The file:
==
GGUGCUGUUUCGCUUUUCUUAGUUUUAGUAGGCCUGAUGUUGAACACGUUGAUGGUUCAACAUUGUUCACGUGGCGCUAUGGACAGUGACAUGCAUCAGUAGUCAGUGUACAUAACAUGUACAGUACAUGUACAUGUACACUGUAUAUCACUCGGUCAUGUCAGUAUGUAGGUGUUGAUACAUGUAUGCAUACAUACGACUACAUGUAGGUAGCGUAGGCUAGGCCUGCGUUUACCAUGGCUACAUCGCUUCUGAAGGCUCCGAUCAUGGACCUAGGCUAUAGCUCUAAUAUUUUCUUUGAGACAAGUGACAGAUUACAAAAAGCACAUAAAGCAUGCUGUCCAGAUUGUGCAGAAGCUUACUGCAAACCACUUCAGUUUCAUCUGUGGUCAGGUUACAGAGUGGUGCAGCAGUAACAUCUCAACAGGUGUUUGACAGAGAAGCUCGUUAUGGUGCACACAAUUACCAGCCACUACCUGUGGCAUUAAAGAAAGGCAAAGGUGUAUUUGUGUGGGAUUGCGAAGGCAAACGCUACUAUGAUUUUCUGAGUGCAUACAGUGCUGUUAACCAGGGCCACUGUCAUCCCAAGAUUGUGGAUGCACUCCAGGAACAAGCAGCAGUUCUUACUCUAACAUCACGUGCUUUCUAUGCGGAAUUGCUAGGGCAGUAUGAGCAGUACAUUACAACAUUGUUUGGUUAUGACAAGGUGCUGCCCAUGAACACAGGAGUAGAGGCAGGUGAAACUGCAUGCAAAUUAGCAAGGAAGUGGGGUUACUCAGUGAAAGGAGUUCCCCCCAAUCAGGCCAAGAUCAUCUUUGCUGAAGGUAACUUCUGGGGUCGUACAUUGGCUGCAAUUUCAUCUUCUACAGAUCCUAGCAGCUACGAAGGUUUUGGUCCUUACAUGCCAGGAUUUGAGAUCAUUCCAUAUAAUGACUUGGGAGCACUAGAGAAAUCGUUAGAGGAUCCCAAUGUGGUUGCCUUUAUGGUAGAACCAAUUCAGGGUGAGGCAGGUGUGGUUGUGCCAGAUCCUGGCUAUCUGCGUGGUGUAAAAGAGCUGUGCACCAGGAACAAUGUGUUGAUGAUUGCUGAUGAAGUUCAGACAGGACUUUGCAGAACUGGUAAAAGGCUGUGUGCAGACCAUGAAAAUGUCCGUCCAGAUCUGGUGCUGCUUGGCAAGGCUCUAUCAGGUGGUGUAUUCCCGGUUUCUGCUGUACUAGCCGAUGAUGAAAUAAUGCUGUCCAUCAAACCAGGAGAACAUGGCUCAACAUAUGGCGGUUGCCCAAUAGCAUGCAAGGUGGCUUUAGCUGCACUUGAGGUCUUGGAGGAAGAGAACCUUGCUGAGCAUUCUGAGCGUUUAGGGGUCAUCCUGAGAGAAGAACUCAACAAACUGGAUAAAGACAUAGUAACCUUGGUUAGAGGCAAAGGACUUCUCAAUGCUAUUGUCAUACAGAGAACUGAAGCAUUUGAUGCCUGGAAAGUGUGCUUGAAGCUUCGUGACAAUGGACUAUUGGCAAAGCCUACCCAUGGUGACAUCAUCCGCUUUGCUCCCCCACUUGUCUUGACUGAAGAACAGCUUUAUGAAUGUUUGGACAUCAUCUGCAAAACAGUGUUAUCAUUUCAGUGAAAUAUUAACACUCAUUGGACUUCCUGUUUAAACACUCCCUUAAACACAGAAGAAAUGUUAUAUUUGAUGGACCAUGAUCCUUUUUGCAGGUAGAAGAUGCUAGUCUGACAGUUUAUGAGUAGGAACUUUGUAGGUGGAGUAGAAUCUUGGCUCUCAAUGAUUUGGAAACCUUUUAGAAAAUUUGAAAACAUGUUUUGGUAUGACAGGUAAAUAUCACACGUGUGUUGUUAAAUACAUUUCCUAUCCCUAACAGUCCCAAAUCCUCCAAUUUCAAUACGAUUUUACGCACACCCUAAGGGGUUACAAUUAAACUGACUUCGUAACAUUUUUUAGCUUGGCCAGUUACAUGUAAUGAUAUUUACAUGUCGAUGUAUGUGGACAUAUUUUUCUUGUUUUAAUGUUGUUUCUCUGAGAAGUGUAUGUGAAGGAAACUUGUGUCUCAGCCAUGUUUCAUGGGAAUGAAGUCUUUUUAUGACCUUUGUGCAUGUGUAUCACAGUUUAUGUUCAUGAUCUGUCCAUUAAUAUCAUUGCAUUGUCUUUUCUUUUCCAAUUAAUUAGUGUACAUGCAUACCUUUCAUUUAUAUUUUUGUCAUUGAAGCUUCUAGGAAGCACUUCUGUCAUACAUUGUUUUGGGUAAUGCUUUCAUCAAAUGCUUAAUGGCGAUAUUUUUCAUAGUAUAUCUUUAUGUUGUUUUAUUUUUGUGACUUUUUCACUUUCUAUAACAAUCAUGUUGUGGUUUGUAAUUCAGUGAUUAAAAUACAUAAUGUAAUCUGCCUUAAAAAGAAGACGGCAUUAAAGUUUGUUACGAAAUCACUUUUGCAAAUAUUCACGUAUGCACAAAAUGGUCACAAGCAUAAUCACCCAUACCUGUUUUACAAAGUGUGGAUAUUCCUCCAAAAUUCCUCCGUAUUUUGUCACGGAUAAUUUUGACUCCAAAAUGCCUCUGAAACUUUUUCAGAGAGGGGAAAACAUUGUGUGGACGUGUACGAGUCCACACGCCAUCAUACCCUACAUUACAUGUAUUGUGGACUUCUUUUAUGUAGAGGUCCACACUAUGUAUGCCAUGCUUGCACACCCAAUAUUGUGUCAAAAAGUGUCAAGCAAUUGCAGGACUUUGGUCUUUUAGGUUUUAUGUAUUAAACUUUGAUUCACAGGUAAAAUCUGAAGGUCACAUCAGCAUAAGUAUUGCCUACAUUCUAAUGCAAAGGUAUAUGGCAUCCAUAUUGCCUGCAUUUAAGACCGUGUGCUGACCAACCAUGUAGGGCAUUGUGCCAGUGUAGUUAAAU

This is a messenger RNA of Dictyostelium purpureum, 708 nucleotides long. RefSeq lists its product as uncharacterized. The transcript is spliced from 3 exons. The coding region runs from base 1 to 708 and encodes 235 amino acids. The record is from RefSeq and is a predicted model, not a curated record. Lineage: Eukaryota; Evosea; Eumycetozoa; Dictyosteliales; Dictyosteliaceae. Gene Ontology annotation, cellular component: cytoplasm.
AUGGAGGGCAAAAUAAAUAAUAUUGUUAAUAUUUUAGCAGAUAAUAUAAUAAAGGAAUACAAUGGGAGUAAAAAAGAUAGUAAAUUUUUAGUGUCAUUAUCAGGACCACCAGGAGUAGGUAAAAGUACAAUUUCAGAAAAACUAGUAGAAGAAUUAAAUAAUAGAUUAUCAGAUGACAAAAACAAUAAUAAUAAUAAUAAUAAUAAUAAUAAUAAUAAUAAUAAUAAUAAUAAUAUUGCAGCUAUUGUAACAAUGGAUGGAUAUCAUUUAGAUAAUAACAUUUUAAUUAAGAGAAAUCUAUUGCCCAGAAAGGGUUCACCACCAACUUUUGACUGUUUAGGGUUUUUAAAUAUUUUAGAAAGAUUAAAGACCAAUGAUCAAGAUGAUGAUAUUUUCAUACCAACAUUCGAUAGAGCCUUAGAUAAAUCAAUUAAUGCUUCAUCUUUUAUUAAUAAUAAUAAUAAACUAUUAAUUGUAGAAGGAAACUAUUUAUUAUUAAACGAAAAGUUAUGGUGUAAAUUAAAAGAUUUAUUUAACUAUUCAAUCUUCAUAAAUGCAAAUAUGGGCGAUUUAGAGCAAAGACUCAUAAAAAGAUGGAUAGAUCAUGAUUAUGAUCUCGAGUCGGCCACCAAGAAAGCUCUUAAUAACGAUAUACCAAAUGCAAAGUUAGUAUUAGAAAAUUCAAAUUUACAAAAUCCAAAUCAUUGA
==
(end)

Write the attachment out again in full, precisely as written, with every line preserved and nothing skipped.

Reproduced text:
GGUGCUGUUUCGCUUUUCUUAGUUUUAGUAGGCCUGAUGUUGAACACGUUGAUGGUUCAACAUUGUUCACGUGGCGCUAUGGACAGUGACAUGCAUCAGUAGUCAGUGUACAUAACAUGUACAGUACAUGUACAUGUACACUGUAUAUCACUCGGUCAUGUCAGUAUGUAGGUGUUGAUACAUGUAUGCAUACAUACGACUACAUGUAGGUAGCGUAGGCUAGGCCUGCGUUUACCAUGGCUACAUCGCUUCUGAAGGCUCCGAUCAUGGACCUAGGCUAUAGCUCUAAUAUUUUCUUUGAGACAAGUGACAGAUUACAAAAAGCACAUAAAGCAUGCUGUCCAGAUUGUGCAGAAGCUUACUGCAAACCACUUCAGUUUCAUCUGUGGUCAGGUUACAGAGUGGUGCAGCAGUAACAUCUCAACAGGUGUUUGACAGAGAAGCUCGUUAUGGUGCACACAAUUACCAGCCACUACCUGUGGCAUUAAAGAAAGGCAAAGGUGUAUUUGUGUGGGAUUGCGAAGGCAAACGCUACUAUGAUUUUCUGAGUGCAUACAGUGCUGUUAACCAGGGCCACUGUCAUCCCAAGAUUGUGGAUGCACUCCAGGAACAAGCAGCAGUUCUUACUCUAACAUCACGUGCUUUCUAUGCGGAAUUGCUAGGGCAGUAUGAGCAGUACAUUACAACAUUGUUUGGUUAUGACAAGGUGCUGCCCAUGAACACAGGAGUAGAGGCAGGUGAAACUGCAUGCAAAUUAGCAAGGAAGUGGGGUUACUCAGUGAAAGGAGUUCCCCCCAAUCAGGCCAAGAUCAUCUUUGCUGAAGGUAACUUCUGGGGUCGUACAUUGGCUGCAAUUUCAUCUUCUACAGAUCCUAGCAGCUACGAAGGUUUUGGUCCUUACAUGCCAGGAUUUGAGAUCAUUCCAUAUAAUGACUUGGGAGCACUAGAGAAAUCGUUAGAGGAUCCCAAUGUGGUUGCCUUUAUGGUAGAACCAAUUCAGGGUGAGGCAGGUGUGGUUGUGCCAGAUCCUGGCUAUCUGCGUGGUGUAAAAGAGCUGUGCACCAGGAACAAUGUGUUGAUGAUUGCUGAUGAAGUUCAGACAGGACUUUGCAGAACUGGUAAAAGGCUGUGUGCAGACCAUGAAAAUGUCCGUCCAGAUCUGGUGCUGCUUGGCAAGGCUCUAUCAGGUGGUGUAUUCCCGGUUUCUGCUGUACUAGCCGAUGAUGAAAUAAUGCUGUCCAUCAAACCAGGAGAACAUGGCUCAACAUAUGGCGGUUGCCCAAUAGCAUGCAAGGUGGCUUUAGCUGCACUUGAGGUCUUGGAGGAAGAGAACCUUGCUGAGCAUUCUGAGCGUUUAGGGGUCAUCCUGAGAGAAGAACUCAACAAACUGGAUAAAGACAUAGUAACCUUGGUUAGAGGCAAAGGACUUCUCAAUGCUAUUGUCAUACAGAGAACUGAAGCAUUUGAUGCCUGGAAAGUGUGCUUGAAGCUUCGUGACAAUGGACUAUUGGCAAAGCCUACCCAUGGUGACAUCAUCCGCUUUGCUCCCCCACUUGUCUUGACUGAAGAACAGCUUUAUGAAUGUUUGGACAUCAUCUGCAAAACAGUGUUAUCAUUUCAGUGAAAUAUUAACACUCAUUGGACUUCCUGUUUAAACACUCCCUUAAACACAGAAGAAAUGUUAUAUUUGAUGGACCAUGAUCCUUUUUGCAGGUAGAAGAUGCUAGUCUGACAGUUUAUGAGUAGGAACUUUGUAGGUGGAGUAGAAUCUUGGCUCUCAAUGAUUUGGAAACCUUUUAGAAAAUUUGAAAACAUGUUUUGGUAUGACAGGUAAAUAUCACACGUGUGUUGUUAAAUACAUUUCCUAUCCCUAACAGUCCCAAAUCCUCCAAUUUCAAUACGAUUUUACGCACACCCUAAGGGGUUACAAUUAAACUGACUUCGUAACAUUUUUUAGCUUGGCCAGUUACAUGUAAUGAUAUUUACAUGUCGAUGUAUGUGGACAUAUUUUUCUUGUUUUAAUGUUGUUUCUCUGAGAAGUGUAUGUGAAGGAAACUUGUGUCUCAGCCAUGUUUCAUGGGAAUGAAGUCUUUUUAUGACCUUUGUGCAUGUGUAUCACAGUUUAUGUUCAUGAUCUGUCCAUUAAUAUCAUUGCAUUGUCUUUUCUUUUCCAAUUAAUUAGUGUACAUGCAUACCUUUCAUUUAUAUUUUUGUCAUUGAAGCUUCUAGGAAGCACUUCUGUCAUACAUUGUUUUGGGUAAUGCUUUCAUCAAAUGCUUAAUGGCGAUAUUUUUCAUAGUAUAUCUUUAUGUUGUUUUAUUUUUGUGACUUUUUCACUUUCUAUAACAAUCAUGUUGUGGUUUGUAAUUCAGUGAUUAAAAUACAUAAUGUAAUCUGCCUUAAAAAGAAGACGGCAUUAAAGUUUGUUACGAAAUCACUUUUGCAAAUAUUCACGUAUGCACAAAAUGGUCACAAGCAUAAUCACCCAUACCUGUUUUACAAAGUGUGGAUAUUCCUCCAAAAUUCCUCCGUAUUUUGUCACGGAUAAUUUUGACUCCAAAAUGCCUCUGAAACUUUUUCAGAGAGGGGAAAACAUUGUGUGGACGUGUACGAGUCCACACGCCAUCAUACCCUACAUUACAUGUAUUGUGGACUUCUUUUAUGUAGAGGUCCACACUAUGUAUGCCAUGCUUGCACACCCAAUAUUGUGUCAAAAAGUGUCAAGCAAUUGCAGGACUUUGGUCUUUUAGGUUUUAUGUAUUAAACUUUGAUUCACAGGUAAAAUCUGAAGGUCACAUCAGCAUAAGUAUUGCCUACAUUCUAAUGCAAAGGUAUAUGGCAUCCAUAUUGCCUGCAUUUAAGACCGUGUGCUGACCAACCAUGUAGGGCAUUGUGCCAGUGUAGUUAAAU

This is a messenger RNA of Dictyostelium purpureum, 708 nucleotides long. RefSeq lists its product as uncharacterized. The transcript is spliced from 3 exons. The coding region runs from base 1 to 708 and encodes 235 amino acids. The record is from RefSeq and is a predicted model, not a curated record. Lineage: Eukaryota; Evosea; Eumycetozoa; Dictyosteliales; Dictyosteliaceae. Gene Ontology annotation, cellular component: cytoplasm.
AUGGAGGGCAAAAUAAAUAAUAUUGUUAAUAUUUUAGCAGAUAAUAUAAUAAAGGAAUACAAUGGGAGUAAAAAAGAUAGUAAAUUUUUAGUGUCAUUAUCAGGACCACCAGGAGUAGGUAAAAGUACAAUUUCAGAAAAACUAGUAGAAGAAUUAAAUAAUAGAUUAUCAGAUGACAAAAACAAUAAUAAUAAUAAUAAUAAUAAUAAUAAUAAUAAUAAUAAUAAUAAUAAUAUUGCAGCUAUUGUAACAAUGGAUGGAUAUCAUUUAGAUAAUAACAUUUUAAUUAAGAGAAAUCUAUUGCCCAGAAAGGGUUCACCACCAACUUUUGACUGUUUAGGGUUUUUAAAUAUUUUAGAAAGAUUAAAGACCAAUGAUCAAGAUGAUGAUAUUUUCAUACCAACAUUCGAUAGAGCCUUAGAUAAAUCAAUUAAUGCUUCAUCUUUUAUUAAUAAUAAUAAUAAACUAUUAAUUGUAGAAGGAAACUAUUUAUUAUUAAACGAAAAGUUAUGGUGUAAAUUAAAAGAUUUAUUUAACUAUUCAAUCUUCAUAAAUGCAAAUAUGGGCGAUUUAGAGCAAAGACUCAUAAAAAGAUGGAUAGAUCAUGAUUAUGAUCUCGAGUCGGCCACCAAGAAAGCUCUUAAUAACGAUAUACCAAAUGCAAAGUUAGUAUUAGAAAAUUCAAAUUUACAAAAUCCAAAUCAUUGA